Pennsylvania health-care advocates are looking for more transparency from the state Insurance Department and complaining about a rate increase granted to two companies in West and Central Pennsylvania.
When the state-sponsored AdultBasic program ended this year, thousands found coverage in the Special Care plans offered by the Blues insurance companies in Pennsylvania.
Now, the Insurance Department has approved a nearly 5 percent rate increase for those plans in western and central Pennsylvania.
“We took the public comments into our consideration in reviewing these rate applications–that did have an effect here–but what more a public hearing could do, we didn’t see the benefit there,” department spokeswoman Rosanne Placey said.
Premiums for the Special Care plan start at about $140 a month; on average, the approved 4.9 percent increase equates to about $8 more a month for members.
Highmark Blue Shield first asked for a 9.9 percent increase, but spokesman Michael Weinstein said the company lowered its request in response to community concerns. Critics say that change suggests that the rate increase is arbitrary, not based on cost analysis.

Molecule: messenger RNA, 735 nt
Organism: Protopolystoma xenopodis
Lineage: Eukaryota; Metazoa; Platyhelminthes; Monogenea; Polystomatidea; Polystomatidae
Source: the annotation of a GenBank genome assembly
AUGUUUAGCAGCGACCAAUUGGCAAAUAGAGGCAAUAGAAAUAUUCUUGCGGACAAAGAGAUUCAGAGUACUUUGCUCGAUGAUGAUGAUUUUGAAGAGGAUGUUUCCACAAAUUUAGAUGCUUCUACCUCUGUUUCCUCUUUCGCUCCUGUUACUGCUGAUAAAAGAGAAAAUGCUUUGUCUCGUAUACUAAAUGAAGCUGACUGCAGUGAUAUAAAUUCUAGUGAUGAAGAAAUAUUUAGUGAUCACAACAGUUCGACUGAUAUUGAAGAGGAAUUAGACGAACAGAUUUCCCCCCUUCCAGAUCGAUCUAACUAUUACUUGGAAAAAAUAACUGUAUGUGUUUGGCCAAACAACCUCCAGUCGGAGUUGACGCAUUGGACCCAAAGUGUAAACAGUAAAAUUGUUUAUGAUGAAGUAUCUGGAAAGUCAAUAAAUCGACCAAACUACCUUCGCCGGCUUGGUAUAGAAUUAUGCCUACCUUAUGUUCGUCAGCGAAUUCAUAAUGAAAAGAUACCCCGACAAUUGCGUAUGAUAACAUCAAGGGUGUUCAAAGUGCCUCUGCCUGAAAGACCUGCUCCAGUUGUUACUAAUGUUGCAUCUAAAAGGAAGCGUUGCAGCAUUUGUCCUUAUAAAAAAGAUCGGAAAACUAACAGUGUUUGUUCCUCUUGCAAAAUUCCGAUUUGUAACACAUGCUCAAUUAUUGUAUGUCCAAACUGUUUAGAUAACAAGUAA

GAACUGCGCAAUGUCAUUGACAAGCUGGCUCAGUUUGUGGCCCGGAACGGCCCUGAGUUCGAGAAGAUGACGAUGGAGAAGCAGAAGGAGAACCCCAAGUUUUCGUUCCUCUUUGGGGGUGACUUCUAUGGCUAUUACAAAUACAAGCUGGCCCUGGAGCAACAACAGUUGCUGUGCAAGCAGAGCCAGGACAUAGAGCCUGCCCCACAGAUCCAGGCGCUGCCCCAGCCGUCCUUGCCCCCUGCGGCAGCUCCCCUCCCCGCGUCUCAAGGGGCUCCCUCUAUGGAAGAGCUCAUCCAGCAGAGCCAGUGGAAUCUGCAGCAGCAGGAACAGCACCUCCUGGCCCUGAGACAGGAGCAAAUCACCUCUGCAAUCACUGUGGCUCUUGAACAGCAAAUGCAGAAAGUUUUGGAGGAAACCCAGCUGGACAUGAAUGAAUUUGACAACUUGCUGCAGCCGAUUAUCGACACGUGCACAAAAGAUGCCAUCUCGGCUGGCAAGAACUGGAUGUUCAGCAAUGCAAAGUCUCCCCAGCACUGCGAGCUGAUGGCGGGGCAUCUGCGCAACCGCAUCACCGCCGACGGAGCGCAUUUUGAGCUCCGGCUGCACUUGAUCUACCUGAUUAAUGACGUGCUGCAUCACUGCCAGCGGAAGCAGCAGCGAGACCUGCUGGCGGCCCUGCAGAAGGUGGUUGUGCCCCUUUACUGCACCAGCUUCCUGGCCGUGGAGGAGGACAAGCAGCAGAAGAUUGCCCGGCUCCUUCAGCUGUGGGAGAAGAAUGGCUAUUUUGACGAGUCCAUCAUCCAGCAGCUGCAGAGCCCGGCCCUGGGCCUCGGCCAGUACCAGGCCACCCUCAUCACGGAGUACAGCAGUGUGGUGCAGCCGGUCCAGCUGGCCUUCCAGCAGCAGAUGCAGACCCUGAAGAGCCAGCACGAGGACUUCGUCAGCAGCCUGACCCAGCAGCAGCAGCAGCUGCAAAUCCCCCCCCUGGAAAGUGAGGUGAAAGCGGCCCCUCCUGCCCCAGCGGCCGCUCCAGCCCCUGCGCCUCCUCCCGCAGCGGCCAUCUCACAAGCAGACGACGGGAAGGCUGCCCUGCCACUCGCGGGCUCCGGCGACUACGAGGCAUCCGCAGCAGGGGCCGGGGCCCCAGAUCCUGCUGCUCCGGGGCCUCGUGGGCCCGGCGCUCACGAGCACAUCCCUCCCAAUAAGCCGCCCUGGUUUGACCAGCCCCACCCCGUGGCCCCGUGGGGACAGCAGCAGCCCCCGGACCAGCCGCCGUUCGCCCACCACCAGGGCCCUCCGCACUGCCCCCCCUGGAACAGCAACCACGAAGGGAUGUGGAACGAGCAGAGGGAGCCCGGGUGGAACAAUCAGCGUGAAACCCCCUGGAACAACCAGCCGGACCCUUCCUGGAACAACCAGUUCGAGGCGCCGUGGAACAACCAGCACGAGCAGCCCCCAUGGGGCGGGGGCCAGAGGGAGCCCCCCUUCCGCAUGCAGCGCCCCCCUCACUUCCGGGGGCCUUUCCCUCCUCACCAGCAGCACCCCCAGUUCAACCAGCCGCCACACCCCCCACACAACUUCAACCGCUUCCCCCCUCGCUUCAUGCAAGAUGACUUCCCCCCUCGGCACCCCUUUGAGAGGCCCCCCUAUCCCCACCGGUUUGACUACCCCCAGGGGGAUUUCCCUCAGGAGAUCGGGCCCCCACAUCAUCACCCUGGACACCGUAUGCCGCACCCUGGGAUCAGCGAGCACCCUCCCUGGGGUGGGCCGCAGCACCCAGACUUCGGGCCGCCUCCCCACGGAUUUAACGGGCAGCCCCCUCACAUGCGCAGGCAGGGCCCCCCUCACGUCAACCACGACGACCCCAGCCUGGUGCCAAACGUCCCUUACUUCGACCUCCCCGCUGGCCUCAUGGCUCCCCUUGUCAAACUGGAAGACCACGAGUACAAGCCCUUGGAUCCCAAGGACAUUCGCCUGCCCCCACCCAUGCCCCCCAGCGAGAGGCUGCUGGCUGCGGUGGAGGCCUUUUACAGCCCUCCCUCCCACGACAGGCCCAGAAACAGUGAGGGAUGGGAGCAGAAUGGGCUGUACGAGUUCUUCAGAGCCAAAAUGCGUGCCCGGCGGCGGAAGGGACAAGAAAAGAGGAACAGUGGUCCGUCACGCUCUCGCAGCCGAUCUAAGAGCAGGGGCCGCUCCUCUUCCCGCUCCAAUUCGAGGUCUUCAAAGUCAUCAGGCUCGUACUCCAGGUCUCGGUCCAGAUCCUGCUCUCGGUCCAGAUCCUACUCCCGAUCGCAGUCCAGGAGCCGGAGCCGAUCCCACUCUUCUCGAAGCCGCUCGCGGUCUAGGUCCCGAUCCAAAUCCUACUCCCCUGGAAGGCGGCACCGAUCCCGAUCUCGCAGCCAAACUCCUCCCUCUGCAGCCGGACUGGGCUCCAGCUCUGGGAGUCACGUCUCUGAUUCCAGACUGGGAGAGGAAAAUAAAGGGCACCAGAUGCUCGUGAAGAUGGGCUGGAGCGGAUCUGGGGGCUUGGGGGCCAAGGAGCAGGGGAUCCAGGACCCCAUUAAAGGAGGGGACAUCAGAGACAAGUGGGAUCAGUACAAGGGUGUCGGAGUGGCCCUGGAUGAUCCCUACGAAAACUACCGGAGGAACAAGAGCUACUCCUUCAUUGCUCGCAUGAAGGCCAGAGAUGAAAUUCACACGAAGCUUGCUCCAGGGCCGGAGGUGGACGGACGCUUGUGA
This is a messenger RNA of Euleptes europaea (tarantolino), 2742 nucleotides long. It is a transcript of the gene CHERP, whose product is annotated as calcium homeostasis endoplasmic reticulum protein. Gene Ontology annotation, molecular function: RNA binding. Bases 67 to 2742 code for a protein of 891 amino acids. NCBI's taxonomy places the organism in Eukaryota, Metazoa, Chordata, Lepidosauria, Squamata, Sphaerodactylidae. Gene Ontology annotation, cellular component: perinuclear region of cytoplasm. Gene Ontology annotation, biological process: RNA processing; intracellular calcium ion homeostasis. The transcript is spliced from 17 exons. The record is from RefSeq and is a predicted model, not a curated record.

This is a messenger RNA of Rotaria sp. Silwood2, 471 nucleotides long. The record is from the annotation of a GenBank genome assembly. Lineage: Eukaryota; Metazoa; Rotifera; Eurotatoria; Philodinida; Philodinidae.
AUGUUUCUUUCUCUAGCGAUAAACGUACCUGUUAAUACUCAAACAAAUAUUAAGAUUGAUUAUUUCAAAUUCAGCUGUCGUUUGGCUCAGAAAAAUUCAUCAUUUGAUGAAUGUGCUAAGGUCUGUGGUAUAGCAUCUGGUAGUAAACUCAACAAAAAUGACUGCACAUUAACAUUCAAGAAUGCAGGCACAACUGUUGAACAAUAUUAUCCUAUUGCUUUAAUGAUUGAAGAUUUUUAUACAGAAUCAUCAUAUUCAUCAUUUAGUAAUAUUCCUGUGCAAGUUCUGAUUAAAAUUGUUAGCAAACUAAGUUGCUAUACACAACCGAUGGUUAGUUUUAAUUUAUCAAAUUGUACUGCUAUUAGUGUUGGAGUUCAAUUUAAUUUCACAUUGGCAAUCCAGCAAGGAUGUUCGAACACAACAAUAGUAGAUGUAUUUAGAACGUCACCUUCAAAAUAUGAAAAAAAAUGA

Weinstein says Highmark is facing fast-rising health-care expenses for the many hard-to-insure people in the Special Care plans.
“We anticipate that these programs will actually lose money. The rates that are being charged to individuals are actually about 25 percent less than what they would be if Highmark did not subsidize these programs,” he said.
Independence Blue Cross in the Philadelphia region did not ask for a rate increase for its Special Care plan. But starting in January, members will face a $50 co-payment for emergency room visits.